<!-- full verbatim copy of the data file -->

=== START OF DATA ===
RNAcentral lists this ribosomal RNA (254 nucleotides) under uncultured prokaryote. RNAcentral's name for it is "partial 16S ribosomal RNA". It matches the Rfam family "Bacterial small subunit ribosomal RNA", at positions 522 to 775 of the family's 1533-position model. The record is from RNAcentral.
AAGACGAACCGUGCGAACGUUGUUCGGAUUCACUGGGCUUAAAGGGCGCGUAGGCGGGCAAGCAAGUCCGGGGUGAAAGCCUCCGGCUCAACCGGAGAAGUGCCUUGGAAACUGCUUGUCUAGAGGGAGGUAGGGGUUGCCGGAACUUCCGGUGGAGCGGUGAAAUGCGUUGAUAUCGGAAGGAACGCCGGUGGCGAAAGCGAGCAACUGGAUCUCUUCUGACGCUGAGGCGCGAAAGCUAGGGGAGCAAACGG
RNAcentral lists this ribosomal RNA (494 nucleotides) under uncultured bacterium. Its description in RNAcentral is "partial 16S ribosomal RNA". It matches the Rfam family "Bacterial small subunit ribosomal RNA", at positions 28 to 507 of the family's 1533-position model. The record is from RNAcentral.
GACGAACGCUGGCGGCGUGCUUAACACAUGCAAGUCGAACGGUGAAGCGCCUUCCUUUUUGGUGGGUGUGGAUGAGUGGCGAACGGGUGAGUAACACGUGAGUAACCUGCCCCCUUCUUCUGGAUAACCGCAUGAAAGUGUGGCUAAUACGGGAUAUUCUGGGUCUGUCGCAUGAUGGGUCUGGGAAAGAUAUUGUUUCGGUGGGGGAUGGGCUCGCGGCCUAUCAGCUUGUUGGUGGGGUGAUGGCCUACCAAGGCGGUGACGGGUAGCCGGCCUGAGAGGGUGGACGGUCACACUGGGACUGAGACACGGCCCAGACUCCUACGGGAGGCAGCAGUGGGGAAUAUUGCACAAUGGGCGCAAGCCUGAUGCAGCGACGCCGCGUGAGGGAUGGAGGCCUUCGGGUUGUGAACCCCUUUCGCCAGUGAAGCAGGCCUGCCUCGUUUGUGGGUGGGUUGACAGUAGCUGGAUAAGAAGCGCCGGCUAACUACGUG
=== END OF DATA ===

RNAcentral lists this ribosomal RNA (254 nucleotides) under uncultured prokaryote. RNAcentral's name for it is "partial 16S ribosomal RNA". It matches the Rfam family "Bacterial small subunit ribosomal RNA", at positions 522 to 775 of the family's 1533-position model. The record is from RNAcentral.
AAGACGAACCGUGCGAACGUUGUUCGGAUUCACUGGGCUUAAAGGGCGCGUAGGCGGGCAAGCAAGUCCGGGGUGAAAGCCUCCGGCUCAACCGGAGAAGUGCCUUGGAAACUGCUUGUCUAGAGGGAGGUAGGGGUUGCCGGAACUUCCGGUGGAGCGGUGAAAUGCGUUGAUAUCGGAAGGAACGCCGGUGGCGAAAGCGAGCAACUGGAUCUCUUCUGACGCUGAGGCGCGAAAGCUAGGGGAGCAAACGG
RNAcentral lists this ribosomal RNA (494 nucleotides) under uncultured bacterium. Its description in RNAcentral is "partial 16S ribosomal RNA". It matches the Rfam family "Bacterial small subunit ribosomal RNA", at positions 28 to 507 of the family's 1533-position model. The record is from RNAcentral.
GACGAACGCUGGCGGCGUGCUUAACACAUGCAAGUCGAACGGUGAAGCGCCUUCCUUUUUGGUGGGUGUGGAUGAGUGGCGAACGGGUGAGUAACACGUGAGUAACCUGCCCCCUUCUUCUGGAUAACCGCAUGAAAGUGUGGCUAAUACGGGAUAUUCUGGGUCUGUCGCAUGAUGGGUCUGGGAAAGAUAUUGUUUCGGUGGGGGAUGGGCUCGCGGCCUAUCAGCUUGUUGGUGGGGUGAUGGCCUACCAAGGCGGUGACGGGUAGCCGGCCUGAGAGGGUGGACGGUCACACUGGGACUGAGACACGGCCCAGACUCCUACGGGAGGCAGCAGUGGGGAAUAUUGCACAAUGGGCGCAAGCCUGAUGCAGCGACGCCGCGUGAGGGAUGGAGGCCUUCGGGUUGUGAACCCCUUUCGCCAGUGAAGCAGGCCUGCCUCGUUUGUGGGUGGGUUGACAGUAGCUGGAUAAGAAGCGCCGGCUAACUACGUG